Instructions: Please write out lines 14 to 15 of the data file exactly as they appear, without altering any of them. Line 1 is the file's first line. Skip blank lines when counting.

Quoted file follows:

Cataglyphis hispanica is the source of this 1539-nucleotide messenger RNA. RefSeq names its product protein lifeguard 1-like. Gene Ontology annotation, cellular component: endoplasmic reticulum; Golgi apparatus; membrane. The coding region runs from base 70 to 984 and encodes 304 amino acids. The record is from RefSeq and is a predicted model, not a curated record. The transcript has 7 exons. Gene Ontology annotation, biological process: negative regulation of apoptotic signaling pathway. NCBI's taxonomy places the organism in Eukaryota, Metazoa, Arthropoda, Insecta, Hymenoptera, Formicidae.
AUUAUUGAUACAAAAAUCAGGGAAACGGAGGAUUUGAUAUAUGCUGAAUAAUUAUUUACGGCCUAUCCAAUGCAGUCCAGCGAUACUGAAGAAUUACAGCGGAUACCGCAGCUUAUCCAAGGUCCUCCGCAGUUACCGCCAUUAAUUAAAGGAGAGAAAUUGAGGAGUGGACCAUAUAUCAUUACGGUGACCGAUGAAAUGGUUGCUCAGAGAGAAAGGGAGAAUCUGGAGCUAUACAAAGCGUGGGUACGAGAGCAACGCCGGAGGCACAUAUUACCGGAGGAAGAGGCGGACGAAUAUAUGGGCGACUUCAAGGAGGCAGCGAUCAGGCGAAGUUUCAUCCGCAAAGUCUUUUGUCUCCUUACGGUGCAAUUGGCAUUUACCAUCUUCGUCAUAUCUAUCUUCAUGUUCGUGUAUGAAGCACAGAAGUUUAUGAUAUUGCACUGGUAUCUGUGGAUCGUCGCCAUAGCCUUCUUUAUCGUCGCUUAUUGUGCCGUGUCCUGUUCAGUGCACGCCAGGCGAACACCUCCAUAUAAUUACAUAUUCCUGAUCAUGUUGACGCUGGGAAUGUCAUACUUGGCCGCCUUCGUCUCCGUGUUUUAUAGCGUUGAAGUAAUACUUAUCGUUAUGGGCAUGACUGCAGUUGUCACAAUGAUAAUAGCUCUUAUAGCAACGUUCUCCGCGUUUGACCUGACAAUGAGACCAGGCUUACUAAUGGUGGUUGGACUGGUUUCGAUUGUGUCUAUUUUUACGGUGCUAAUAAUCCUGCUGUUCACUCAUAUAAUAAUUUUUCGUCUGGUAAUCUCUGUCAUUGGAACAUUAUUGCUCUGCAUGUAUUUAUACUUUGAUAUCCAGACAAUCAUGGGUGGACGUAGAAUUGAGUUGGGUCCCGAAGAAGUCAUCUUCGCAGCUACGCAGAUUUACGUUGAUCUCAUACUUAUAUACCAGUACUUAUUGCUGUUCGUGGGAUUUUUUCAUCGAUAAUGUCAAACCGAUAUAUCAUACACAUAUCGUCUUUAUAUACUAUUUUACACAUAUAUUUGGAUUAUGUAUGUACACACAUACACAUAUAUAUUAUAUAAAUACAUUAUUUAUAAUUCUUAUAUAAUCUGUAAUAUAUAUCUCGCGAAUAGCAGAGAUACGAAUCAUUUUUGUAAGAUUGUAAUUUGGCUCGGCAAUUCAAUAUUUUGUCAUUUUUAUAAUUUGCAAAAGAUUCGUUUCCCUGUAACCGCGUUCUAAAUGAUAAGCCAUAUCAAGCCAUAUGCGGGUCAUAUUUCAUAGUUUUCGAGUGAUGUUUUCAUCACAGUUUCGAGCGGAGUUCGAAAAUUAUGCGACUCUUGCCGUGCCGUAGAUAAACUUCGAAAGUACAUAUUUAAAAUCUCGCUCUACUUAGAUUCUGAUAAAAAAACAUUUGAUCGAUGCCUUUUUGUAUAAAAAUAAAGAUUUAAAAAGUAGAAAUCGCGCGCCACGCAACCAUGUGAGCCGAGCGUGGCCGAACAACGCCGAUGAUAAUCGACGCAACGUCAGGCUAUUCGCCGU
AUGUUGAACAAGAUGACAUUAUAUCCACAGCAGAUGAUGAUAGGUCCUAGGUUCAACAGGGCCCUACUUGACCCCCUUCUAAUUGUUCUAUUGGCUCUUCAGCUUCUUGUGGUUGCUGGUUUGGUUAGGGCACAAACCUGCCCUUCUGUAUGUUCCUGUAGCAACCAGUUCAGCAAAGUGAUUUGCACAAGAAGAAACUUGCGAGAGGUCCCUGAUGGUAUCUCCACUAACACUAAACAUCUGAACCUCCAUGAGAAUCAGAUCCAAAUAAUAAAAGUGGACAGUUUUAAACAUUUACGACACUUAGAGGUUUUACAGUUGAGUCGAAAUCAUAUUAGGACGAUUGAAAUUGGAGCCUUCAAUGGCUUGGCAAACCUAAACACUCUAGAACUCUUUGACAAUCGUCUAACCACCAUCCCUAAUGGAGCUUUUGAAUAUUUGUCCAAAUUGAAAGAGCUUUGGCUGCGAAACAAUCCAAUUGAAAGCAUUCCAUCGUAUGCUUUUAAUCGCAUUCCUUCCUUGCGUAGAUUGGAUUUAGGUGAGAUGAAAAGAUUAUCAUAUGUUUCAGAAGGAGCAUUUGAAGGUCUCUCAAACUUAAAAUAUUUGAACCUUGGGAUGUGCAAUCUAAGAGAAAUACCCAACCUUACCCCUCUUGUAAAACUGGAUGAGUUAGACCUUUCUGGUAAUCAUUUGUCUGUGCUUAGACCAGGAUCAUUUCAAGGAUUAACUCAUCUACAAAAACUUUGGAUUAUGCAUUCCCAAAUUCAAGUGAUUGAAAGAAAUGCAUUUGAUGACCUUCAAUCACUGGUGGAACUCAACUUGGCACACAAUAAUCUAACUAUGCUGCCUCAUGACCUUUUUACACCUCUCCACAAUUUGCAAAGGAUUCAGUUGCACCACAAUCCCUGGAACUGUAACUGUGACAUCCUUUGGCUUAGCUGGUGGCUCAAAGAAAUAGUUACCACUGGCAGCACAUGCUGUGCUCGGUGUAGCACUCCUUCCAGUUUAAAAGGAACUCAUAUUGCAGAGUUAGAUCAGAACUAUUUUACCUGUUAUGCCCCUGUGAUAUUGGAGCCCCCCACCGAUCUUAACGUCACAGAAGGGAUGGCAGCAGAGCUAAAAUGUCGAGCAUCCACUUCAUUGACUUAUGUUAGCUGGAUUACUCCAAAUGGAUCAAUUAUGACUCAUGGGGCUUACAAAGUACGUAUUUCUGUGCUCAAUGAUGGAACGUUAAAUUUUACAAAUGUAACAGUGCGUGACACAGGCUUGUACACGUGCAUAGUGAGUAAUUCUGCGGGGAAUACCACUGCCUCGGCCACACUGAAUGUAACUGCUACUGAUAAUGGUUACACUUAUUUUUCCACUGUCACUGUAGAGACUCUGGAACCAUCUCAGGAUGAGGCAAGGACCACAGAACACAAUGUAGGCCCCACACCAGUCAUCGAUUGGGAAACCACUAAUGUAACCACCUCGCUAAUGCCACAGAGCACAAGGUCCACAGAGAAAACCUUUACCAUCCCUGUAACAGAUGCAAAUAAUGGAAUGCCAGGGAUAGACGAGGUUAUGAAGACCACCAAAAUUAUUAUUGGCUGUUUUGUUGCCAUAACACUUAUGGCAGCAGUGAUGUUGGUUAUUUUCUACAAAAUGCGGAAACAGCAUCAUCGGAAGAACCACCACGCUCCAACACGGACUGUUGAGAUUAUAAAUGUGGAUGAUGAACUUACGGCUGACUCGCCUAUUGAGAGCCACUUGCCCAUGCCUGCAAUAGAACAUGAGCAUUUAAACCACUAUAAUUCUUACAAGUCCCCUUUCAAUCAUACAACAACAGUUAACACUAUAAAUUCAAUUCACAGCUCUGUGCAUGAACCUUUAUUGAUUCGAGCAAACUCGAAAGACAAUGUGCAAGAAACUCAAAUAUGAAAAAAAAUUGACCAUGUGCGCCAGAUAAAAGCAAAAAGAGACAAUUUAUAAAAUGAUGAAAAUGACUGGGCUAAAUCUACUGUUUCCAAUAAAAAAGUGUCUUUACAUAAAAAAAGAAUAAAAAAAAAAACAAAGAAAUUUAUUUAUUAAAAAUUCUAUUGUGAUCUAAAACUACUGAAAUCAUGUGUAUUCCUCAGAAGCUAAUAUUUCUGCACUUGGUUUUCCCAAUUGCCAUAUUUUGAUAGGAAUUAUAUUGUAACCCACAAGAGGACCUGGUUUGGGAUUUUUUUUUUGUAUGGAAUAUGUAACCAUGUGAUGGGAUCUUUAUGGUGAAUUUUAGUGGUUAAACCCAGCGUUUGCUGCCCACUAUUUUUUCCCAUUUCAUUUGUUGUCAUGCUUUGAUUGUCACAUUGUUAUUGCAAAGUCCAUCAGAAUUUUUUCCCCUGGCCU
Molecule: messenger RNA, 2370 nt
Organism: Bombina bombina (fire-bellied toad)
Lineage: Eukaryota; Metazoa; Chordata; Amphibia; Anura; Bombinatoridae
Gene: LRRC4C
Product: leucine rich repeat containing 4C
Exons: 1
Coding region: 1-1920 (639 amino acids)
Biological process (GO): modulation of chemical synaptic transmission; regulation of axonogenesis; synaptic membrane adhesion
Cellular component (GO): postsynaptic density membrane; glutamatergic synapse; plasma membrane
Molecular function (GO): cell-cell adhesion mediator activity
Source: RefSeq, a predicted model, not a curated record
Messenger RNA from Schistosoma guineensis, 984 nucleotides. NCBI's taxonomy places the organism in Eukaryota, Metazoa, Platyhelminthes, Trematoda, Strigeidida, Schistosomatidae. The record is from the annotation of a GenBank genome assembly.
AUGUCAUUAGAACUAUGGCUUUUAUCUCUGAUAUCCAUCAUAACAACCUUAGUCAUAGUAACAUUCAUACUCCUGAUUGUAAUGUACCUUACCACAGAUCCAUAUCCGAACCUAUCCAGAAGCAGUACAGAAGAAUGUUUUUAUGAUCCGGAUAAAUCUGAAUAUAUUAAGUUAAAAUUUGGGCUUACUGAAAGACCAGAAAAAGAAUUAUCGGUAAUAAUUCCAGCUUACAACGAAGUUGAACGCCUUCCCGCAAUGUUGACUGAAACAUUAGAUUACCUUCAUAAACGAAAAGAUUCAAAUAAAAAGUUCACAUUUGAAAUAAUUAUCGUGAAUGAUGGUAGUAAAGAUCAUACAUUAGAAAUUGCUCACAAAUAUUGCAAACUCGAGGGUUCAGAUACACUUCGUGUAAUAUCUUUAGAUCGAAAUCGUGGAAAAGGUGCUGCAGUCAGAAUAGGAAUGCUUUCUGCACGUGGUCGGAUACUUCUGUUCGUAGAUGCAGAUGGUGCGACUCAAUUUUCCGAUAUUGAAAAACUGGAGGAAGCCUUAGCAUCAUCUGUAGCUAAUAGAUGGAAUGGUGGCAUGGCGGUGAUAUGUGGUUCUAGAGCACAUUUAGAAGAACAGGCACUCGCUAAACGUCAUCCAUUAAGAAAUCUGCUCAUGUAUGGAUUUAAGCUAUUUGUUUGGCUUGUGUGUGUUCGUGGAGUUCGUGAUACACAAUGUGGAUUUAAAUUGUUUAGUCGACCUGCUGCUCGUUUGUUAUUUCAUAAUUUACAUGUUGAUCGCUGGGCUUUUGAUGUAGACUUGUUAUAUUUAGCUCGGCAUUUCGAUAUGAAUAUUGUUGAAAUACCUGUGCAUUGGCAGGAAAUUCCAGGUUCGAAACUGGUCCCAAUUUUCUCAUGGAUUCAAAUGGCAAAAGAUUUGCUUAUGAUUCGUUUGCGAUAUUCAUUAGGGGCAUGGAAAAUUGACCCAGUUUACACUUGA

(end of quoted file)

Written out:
Source: RefSeq, a predicted model, not a curated record
Messenger RNA from Schistosoma guineensis, 984 nucleotides. NCBI's taxonomy places the organism in Eukaryota, Metazoa, Platyhelminthes, Trematoda, Strigeidida, Schistosomatidae. The record is from the annotation of a GenBank genome assembly.